Director Edward Coffield gives “Life Sucks,” Aaron Posner’s witty and touching riff on Anton Chekhov’s “Uncle Vanya,” a smart production at the New Jewish Theatre. He treats us to terrific performances all over the fabulously surreal set, designed by Peter and Margery Spack.
Nevertheless, it’s an odd choice to close the company’s season — the last season under founding artistic director Kathleen Sitzer, who is retiring.
For one thing, there are a lot, and I mean a lot, of curse words, mostly starting with the letter “f.” This alone is quite a departure for the troupe.
Furthermore, it’s not a specifically Jewish play. One of the characters is Jewish, something she reveals in a lovely speech about her zayde (grandfather). But that’s pretty much it for Jewish content, which usually inflects NJT shows much more thoroughly. That’s neither good nor bad, but it’s different.
People are also reading…
Either one of those characteristics might put off some members of the audience. But those aren’t the big issue. The big issue is that “Life Sucks” seems likely to baffle anybody who isn’t familiar with “Uncle Vanya.”
If you saw Rebel and Misfits’ compelling production here last season, you’re in good shape. If not, you could read the “Uncle Vanya” script, or maybe watch one of the movie versions.
Too much? Then at least read an online synopsis of the Chekhov before you see the Posner. You’ll enjoy yourself a lot more if you do.
Like “Uncle Vanya,” “Life Sucks” takes place at a big house where members of an extended family and their friends drift in and out. They include Sonia (Katy Keating), the generous, lovelorn young woman who owns the house and lives there with her late mother’s brother Vanya (Christopher Harris). Smart, funny and alcoholic, he’s a disappointment to himself and everyone else.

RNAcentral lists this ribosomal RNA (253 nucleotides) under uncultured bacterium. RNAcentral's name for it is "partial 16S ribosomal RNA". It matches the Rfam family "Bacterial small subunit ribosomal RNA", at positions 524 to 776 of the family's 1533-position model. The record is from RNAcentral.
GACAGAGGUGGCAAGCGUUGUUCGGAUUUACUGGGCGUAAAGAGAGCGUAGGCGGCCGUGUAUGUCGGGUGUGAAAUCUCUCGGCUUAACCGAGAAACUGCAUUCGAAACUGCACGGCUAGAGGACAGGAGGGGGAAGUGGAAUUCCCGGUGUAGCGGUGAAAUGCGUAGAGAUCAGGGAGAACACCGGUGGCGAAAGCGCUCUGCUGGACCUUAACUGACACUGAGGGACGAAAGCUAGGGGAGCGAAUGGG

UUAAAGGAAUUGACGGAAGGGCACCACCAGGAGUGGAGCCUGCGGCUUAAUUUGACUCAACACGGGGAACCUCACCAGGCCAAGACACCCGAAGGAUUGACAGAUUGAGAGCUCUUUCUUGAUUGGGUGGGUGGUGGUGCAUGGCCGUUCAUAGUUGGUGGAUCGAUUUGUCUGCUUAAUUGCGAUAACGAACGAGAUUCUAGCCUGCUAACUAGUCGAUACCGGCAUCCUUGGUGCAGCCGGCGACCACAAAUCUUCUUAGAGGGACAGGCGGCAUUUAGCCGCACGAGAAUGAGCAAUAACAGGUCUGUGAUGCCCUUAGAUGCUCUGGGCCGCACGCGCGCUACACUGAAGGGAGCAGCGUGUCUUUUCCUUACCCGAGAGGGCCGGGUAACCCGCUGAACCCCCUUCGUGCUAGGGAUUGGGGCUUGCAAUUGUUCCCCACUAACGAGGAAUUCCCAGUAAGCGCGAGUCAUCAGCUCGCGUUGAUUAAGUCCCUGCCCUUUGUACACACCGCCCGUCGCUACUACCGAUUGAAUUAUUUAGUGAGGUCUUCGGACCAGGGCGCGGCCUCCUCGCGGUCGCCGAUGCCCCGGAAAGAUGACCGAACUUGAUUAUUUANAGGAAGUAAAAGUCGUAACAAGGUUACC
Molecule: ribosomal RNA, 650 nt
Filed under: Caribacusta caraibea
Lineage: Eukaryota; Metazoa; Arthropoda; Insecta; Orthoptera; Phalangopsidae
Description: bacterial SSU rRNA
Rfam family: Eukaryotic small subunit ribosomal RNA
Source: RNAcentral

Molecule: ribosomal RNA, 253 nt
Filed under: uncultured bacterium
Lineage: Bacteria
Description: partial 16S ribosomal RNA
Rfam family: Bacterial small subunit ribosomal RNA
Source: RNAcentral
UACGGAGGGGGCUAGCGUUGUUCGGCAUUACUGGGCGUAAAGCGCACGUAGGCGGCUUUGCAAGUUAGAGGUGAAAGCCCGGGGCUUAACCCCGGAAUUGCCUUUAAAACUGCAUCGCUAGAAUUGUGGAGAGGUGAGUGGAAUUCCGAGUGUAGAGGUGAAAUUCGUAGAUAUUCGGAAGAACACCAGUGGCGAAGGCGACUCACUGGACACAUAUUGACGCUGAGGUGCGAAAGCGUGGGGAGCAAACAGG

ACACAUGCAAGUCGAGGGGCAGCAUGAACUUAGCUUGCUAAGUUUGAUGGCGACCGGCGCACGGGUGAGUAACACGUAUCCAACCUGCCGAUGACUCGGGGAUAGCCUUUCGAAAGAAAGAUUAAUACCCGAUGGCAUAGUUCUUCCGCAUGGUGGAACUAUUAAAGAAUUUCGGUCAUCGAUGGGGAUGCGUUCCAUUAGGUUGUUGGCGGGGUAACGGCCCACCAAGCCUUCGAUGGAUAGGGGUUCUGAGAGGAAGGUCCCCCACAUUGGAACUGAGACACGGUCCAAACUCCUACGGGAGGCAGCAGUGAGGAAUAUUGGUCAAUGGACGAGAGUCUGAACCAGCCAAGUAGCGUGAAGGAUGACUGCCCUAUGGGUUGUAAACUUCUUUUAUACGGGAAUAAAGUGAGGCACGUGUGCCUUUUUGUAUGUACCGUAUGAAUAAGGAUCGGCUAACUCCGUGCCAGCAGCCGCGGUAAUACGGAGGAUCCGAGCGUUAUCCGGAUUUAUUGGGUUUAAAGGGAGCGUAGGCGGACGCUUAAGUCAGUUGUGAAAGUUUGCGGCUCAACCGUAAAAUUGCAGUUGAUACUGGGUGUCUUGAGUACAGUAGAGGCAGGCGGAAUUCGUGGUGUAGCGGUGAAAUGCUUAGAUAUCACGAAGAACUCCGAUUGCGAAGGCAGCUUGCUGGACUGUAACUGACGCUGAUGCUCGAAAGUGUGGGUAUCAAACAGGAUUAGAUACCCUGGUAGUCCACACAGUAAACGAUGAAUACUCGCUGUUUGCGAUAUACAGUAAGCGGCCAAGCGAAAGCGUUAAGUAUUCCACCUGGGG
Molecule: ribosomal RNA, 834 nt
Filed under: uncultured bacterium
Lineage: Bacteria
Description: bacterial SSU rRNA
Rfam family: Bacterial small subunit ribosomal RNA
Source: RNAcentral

Sonia’s mother’s bohemian best friend Babs (Jan Meyer) makes the house her base, eccentric Pickles (Michelle Hand) lives over the garage and Vanya’s boyhood buddy, handsome Dr. Aster (Jeff Cummings), is always around. Just now — which is the 21st century, not the 19th — Sonia’s pompous father, the Professor (Greg Johnston), and his beautiful young wife, Ella (Julie Layton), are paying a rare visit.
Almost all of them want something or someone they can’t have. Vanya and Dr. Aster have fallen hard for Ella. Sonia is wildly in love with the doctor, an emotion Keating expresses so clearly in her averted glances and strangled voice that she reminds you of how first love can make you feel: It’s as if she’s choking on bubbles. Ella wants a different life. The Professor wants to be young again, the way he pictures himself in his mind.
How we see ourselves — so different from what others see — is one of the big questions Posner addresses. The play asks questions large and small, often quite directly when the actors speak to the audience. This nontraditional approach to storytelling is also unusual at NJT, but it’s easy to get into the spirit because of the actors.
They’re an impressive group. Harris plays Vanya as a kind of kvetchy clown (very different from the romantic depressive that brought Andrew Michael Neiman a St. Louis Theater Circle Award for the Rebel and Misfits production). He’s loud, he’s messy, he seems to have no grasp at all of boundaries — yet he shows us why the others love Vanya.
Hand, Johnston, Layton and Meyer, all familiar to St. Louis audiences, deliver their characters with authority, and Cummings, fairly new to town, proves a welcome addition. As for Keating, she is just sensational in a performance of agonizing authenticity.
After Sitzer retires, Coffield steps in as artistic director. Sitzer brought NJT from so-so productions and predictable viewpoints to a company that, 21 years later, is known for showcasing top talent and for making surprising choices. It seems as if Coffield may have more of them up his sleeve.
Where • Wool Studio Theatre, A&E Building, JCC’s Staenberg Family Campus, 2 Millstone Campus Drive
When • Through June 10
How much • $36-$44
More info • 314-442-3283; jccstl.com